Chief Financial Officer, LION Bioscience AG. Resident of Muhltal, Germany. 42 years old.
To friends in Heidelberg, Germany, Klaus Sprockamp was Ein stiller Geniesser, or quiet connoisseur, a lover of Ferragamo ties who found time to host barbecues and tour the Alps on his Suzuki motorcycle with old school chums.
To colleagues at LION bioscience AG, he was a high-powered chief financial officer intent on helping to make his company and his country a global player in biotechnology.
In the emerging world of German biotech, Sprockamp stood out not because of scientific prowess but because of financial pragmatism. His no-nonsense message to investors – that meeting quarterly estimates was as important as reaching research milestones – last year helped turn LION bioscience’s initial public stock offering into one of Europe’s hottest biotech offerings, even as many technology stocks were imploding.
It was a meeting with investors that brought Sprockamp to money manager Fiduciary Trust Co. on the 94th floor of the World Trade Center’s South Tower Sept. 11. He had come to reassure investors following a 30 percent decline in LION recently, after a handful of the original investors sold shares upon the expiration of the IPO’s lockup period.
As usual with Sprockamp, the meeting began punctually, at 8:30 a.m. After the first hijacked plane hit the North Tower shortly before 9 a.m., Sebastian Gorki, a Deutsche Bank representative accompanying him, called his office to say they were OK. Minutes later, the second hijacked jet hit the South Tower. “I’ve thought often about how Klaus probably reacted. … The more pressure there was, the more calm and collected he acted,” says Friedrich von Bohlen, chief executive of LION and one of his closest friends.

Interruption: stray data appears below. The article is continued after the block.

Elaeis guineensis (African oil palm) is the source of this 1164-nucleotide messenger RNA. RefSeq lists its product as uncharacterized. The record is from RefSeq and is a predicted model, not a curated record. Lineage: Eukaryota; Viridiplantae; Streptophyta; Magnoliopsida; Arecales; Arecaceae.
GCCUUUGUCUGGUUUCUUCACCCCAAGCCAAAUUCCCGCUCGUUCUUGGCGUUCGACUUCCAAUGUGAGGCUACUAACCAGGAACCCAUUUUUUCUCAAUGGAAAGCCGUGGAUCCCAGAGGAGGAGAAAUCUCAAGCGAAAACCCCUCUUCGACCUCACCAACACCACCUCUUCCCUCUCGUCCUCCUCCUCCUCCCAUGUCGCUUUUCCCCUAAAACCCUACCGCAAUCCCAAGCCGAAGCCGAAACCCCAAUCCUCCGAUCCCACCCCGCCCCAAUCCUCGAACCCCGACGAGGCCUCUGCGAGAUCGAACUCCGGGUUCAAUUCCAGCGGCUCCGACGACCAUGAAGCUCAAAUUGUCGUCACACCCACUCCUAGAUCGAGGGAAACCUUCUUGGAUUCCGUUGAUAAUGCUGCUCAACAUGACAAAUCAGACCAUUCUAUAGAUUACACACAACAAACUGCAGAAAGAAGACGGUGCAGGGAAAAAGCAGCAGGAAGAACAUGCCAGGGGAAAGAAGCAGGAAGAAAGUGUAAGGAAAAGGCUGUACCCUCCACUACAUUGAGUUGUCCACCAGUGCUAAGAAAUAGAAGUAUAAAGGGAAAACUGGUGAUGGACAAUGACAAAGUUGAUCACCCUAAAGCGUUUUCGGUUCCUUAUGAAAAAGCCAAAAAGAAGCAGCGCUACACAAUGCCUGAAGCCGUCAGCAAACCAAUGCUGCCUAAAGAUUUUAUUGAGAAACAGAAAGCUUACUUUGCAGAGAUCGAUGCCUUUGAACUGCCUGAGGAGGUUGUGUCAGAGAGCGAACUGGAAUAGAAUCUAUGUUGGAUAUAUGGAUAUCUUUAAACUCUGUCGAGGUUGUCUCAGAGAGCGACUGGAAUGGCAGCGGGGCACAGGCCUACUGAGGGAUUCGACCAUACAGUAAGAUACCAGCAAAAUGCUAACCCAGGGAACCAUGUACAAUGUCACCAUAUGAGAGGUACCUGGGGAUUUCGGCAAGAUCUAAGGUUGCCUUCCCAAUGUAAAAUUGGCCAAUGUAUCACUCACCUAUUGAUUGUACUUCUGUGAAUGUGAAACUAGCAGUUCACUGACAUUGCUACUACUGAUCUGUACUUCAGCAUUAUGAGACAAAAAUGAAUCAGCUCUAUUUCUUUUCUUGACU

Though Sprockamp often worked long hours, a bout with cancer made him a believer in a balanced life. In 1994, a skin growth was diagnosed as a severe but early stage of melanoma. During his rehabilitation, he met his future wife, Beate, a surgeon. He doted on their sons, Johannes, five, and Lucas, three, who have a fleet of toy cars. On trips to Manhattan, Sprockamp usually made a point of stopping by FAO Schwartz to add to the collection. To his delight, the store was less than 100 yards away from a Ferragamo boutique.
“I’m back home on Friday,” said the 42-year-old on the phone to his mother, Wilhelmina Sprockamp, Later that day, she stared into the TV and muttered: “Now Klaus is dead!”
Initially, his son Johannes asked every day whether he could call Daddy in heaven. His brother, Lucas said: “If the terrorists had known how much we love our Dad, then they would not have flown the plane into the tower.”
Sprockamps body was found almost completely intact. He was lying near the body of German banker Sebastian Gorki. Both died in the same office on that fateful day.
“For us, every day is September 11,“ says Wilhelmina Sprockamp. “We can not escape from our thoughts.”
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Am Ende der Reise kommen wir heim. – 9/11/2002
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You will never be forgotten my dear friend! I will always miss you, Jane Tierney – 9/12/2006
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Never forget, always remember.